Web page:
Look through any newspaper, magazine or news web site and you are bound to find a sizable chunk of content that was generated by someone somewhere conducting some research. Despite being a slightly overused PR tool, if you do it right, publicising research conducted by your organisation can be a great way of raising its profile.
Why use PR research?
If you a haven’t got a lot of hard news or customer success stories to get the media (and prospects) interested, then conducting or commissioning research is one way of ‘creating’ news. As well as generating media coverage, the same research can be used as content for marketing materials such as white papers, reports and presentations.
And if your research unearths something new and exciting about your industry, then it can help position your organisation as a credible ‘thought leader’.
Specialist agency or in-house research?
The most commonly used research technique is the survey. You can commission a specialist market research agency to do this. Or if you have a limited budget, it is possible to conduct surveys in-house.
If you are going the research agency route, a cost effective option is to buy a number of survey questions within a larger omnibus survey. In the high tech sector, research agency, Vanson Bourne, is well known for running regular omnibus surveys of both UK and European IT executives.
With omnibus research you are sharing the survey with other customers (who each buy a slice of the questions) so it usually works out costing less than a tailored, ad hoc survey.
If you decide to run your own survey in-house, you need to consider how you will generate the sample data. Some organisations use their company sales database. Otherwise you will have to buy a list of targets from a list broker.
Either way, it is possible to use online survey software such as Survey Monkey to create your questionnaire and distribute it via email, twitter or other social networks. Create a prize draw for all completed questionnaires to encourage take up.
It is important to bear in mind however that if you are conducting your survey in-house, some top tier media will have less confidence in your findings and may decide not to use them. Some publications will only use research if it has been managed by an independent research company that doesn’t have ‘an axe to grind’.
Getting the sample size for your survey right is very important. Generally the bigger the sample, the more faith journalists will have in the findings.
If you are researching the opinions of a niche audience such as users of a particular type of technology or CIOs within retail banks or pharmaceutical companies, you can get away with a slightly smaller sample – say 100 respondents. But for a representative consumer survey, you need to aim for a sample size of 1000 and if possible 2000.
Coming up with survey topics
If you are running a survey purely for generating PR and marketing content, then you obviously want to pick a theme that ties in to your corporate messages or specific issues you want to highlight. It goes without saying that it has to be newsworthy.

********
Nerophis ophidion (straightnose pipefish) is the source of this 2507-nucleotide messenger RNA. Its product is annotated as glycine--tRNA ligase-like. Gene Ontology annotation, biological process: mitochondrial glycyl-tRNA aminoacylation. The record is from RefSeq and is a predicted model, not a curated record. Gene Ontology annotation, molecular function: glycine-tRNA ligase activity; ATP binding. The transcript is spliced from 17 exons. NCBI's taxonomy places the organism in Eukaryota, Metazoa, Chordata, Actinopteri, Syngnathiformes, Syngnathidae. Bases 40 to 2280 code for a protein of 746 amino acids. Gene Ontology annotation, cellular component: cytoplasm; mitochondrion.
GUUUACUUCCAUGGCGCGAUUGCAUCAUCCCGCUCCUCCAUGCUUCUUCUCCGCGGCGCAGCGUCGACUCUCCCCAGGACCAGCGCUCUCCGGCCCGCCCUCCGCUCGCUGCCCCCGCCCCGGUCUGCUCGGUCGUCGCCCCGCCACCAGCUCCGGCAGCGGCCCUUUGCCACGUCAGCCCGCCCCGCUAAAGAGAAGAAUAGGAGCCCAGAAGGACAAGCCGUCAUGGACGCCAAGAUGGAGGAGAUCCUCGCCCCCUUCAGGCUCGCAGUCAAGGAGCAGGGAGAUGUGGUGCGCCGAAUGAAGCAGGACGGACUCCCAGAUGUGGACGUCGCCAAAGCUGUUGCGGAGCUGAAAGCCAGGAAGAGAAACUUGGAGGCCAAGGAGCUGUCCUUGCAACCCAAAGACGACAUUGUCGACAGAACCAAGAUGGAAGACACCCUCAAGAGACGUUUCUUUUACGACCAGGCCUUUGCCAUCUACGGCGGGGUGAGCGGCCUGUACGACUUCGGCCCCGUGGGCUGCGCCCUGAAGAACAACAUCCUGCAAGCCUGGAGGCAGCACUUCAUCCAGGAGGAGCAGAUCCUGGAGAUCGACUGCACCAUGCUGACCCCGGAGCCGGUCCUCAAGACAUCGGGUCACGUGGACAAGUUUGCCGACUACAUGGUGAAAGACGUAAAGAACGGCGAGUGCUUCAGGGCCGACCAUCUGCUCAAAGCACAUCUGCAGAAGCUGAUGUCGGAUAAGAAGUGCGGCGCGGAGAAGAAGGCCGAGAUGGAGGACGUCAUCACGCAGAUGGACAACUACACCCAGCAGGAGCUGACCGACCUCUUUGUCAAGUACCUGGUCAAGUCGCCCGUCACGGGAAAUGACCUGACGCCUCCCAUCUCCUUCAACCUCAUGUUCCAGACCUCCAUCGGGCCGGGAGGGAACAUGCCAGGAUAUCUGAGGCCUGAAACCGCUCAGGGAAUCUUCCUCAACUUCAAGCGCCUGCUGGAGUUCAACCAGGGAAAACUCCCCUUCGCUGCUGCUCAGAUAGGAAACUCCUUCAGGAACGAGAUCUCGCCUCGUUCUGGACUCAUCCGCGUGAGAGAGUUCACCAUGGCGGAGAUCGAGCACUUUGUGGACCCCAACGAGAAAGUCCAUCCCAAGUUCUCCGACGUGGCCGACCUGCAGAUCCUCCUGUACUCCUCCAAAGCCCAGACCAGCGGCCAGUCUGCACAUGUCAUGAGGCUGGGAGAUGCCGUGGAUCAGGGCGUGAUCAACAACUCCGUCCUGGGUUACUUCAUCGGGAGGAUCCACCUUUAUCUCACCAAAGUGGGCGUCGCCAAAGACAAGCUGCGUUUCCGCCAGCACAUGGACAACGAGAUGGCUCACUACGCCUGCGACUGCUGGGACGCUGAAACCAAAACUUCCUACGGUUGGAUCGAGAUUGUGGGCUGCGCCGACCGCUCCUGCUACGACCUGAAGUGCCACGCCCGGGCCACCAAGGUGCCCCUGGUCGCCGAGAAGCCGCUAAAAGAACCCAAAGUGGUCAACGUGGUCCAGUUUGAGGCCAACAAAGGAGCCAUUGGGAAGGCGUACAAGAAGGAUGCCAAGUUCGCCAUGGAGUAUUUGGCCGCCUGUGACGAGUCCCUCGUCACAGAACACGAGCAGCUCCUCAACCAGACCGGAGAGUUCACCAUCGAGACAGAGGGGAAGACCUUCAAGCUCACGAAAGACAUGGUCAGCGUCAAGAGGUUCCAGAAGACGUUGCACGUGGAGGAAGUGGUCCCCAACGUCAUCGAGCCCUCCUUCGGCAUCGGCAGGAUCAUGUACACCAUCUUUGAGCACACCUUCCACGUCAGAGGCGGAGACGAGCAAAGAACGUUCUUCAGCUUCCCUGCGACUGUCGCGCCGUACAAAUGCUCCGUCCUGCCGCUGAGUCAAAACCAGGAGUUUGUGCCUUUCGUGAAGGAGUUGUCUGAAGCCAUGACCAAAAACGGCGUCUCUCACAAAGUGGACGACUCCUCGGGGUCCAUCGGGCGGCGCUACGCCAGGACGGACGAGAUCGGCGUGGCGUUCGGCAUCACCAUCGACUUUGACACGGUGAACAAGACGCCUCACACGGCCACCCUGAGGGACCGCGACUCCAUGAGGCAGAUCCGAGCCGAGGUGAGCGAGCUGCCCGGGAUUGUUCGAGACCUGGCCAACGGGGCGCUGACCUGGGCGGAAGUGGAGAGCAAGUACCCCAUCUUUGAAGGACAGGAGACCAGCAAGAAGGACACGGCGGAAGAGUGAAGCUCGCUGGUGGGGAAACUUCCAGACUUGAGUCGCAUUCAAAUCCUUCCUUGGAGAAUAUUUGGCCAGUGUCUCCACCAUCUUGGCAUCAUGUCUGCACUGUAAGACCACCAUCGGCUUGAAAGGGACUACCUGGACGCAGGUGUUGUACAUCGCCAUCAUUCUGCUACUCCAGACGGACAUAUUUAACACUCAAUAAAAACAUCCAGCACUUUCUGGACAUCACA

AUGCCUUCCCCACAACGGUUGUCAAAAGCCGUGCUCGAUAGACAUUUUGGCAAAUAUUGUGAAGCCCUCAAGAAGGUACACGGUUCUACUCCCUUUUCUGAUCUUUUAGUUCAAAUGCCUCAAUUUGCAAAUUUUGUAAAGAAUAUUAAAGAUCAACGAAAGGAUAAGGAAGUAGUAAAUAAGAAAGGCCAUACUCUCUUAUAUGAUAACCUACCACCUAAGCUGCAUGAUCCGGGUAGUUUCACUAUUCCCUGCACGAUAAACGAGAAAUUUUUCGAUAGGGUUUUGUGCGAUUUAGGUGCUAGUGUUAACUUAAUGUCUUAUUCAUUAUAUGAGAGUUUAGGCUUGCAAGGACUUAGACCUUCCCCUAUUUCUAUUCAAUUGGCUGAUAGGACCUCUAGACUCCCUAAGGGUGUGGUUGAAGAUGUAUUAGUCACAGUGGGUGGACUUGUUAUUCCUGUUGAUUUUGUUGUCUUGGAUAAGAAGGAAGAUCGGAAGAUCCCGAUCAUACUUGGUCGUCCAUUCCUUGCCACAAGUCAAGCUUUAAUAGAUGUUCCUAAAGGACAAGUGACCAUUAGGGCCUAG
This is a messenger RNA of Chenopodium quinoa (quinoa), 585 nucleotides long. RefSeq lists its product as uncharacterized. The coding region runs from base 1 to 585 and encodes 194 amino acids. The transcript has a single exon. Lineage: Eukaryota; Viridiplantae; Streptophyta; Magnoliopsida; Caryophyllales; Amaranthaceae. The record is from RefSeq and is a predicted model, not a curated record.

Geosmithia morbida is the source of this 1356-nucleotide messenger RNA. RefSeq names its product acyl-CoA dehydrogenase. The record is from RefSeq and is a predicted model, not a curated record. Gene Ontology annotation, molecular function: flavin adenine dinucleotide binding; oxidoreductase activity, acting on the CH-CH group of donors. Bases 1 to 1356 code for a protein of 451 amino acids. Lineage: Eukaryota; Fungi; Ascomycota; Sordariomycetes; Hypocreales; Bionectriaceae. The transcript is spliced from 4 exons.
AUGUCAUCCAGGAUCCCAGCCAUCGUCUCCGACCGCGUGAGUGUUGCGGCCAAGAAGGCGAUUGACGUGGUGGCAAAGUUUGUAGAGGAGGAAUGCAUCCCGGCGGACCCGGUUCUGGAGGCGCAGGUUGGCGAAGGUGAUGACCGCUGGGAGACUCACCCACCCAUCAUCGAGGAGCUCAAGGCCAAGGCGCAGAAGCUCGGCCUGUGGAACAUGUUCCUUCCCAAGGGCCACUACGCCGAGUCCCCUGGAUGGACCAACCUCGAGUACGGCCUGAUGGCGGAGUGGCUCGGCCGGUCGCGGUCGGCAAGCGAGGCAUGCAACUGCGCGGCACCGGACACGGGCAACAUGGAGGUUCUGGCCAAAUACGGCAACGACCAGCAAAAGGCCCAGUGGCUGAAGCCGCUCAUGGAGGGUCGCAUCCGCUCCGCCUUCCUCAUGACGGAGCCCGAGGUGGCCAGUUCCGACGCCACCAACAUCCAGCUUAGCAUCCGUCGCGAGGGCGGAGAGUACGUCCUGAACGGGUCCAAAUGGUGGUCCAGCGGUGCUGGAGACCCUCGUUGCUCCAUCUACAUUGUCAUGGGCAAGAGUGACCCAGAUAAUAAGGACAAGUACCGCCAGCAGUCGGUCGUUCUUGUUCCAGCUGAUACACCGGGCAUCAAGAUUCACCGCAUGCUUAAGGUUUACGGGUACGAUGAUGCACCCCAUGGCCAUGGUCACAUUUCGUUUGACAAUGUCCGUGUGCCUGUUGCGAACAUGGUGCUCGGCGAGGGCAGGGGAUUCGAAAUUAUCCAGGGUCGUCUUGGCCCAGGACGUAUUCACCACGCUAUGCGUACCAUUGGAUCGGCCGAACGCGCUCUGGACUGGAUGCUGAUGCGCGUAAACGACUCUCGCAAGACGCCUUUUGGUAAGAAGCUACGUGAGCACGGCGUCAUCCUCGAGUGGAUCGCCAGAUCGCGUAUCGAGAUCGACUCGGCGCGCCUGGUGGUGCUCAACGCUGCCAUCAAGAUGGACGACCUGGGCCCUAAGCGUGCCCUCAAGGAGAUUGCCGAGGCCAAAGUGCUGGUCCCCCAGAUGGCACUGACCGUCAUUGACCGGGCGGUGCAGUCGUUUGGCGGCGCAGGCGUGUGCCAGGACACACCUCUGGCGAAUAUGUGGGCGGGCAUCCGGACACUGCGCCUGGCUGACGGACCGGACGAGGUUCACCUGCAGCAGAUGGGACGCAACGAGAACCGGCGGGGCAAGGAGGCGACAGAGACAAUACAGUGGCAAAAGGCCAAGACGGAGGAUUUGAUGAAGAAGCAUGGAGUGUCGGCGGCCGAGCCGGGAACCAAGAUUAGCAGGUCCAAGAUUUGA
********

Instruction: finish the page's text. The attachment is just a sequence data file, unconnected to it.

If you don’t automatically have a big issue you want to highlight, try looking at what challenges your customers are facing. Or what issues ares going to be up and coming in your sector. What do analysts think are the major talking points in the market? Are there major changes in regulation or other big developments coming up?
In all of this, it’s important to get your PR person or agency involved early on. They can work to ensure the chosen theme and survey questions will resonate with journalists.
If you know a friendly journalist, it is a great idea to run some of the research ideas by them to see what they think.
Does it have to be a survey?
This article has focused mainly on surveys because they are probably the most commonly used research tool by PRs. But you could consider other research methods such as qualitative focus group studies or benchmarking of competing products or services.
It may even be possible to draw some interesting research conclusions by looking at existing industry data. Are there, for example, some interesting facts and figures you can collate from freely available sources such as company annual reports?
Or, to add credibility, you could commission a business school to conduct a study based on secondary research data.
Publicising the findings
Once you have your data, you should consider creating a report which presents the information and the conclusions in a professional, easy to digest manner (PDFs are a good idea). Include charts and diagrams if possible.
The key findings should be written up in a brief, punchy news release which is the prime tool for approaching the media. Try to include the most exciting finding in the headline or sub head. And be sure to state the size and make-up of the sample and how and when the research was conducted. If you try to fudge or hide this (to cover up a small sample size) you’ll just infuriate journalists.
Consider sharing the release and report on social media networks. Perhaps use the report as a call-to-action to encourage visitors to your web site. Maximise value by using the findings in email campaigns, company presentations etc.
Useful web sites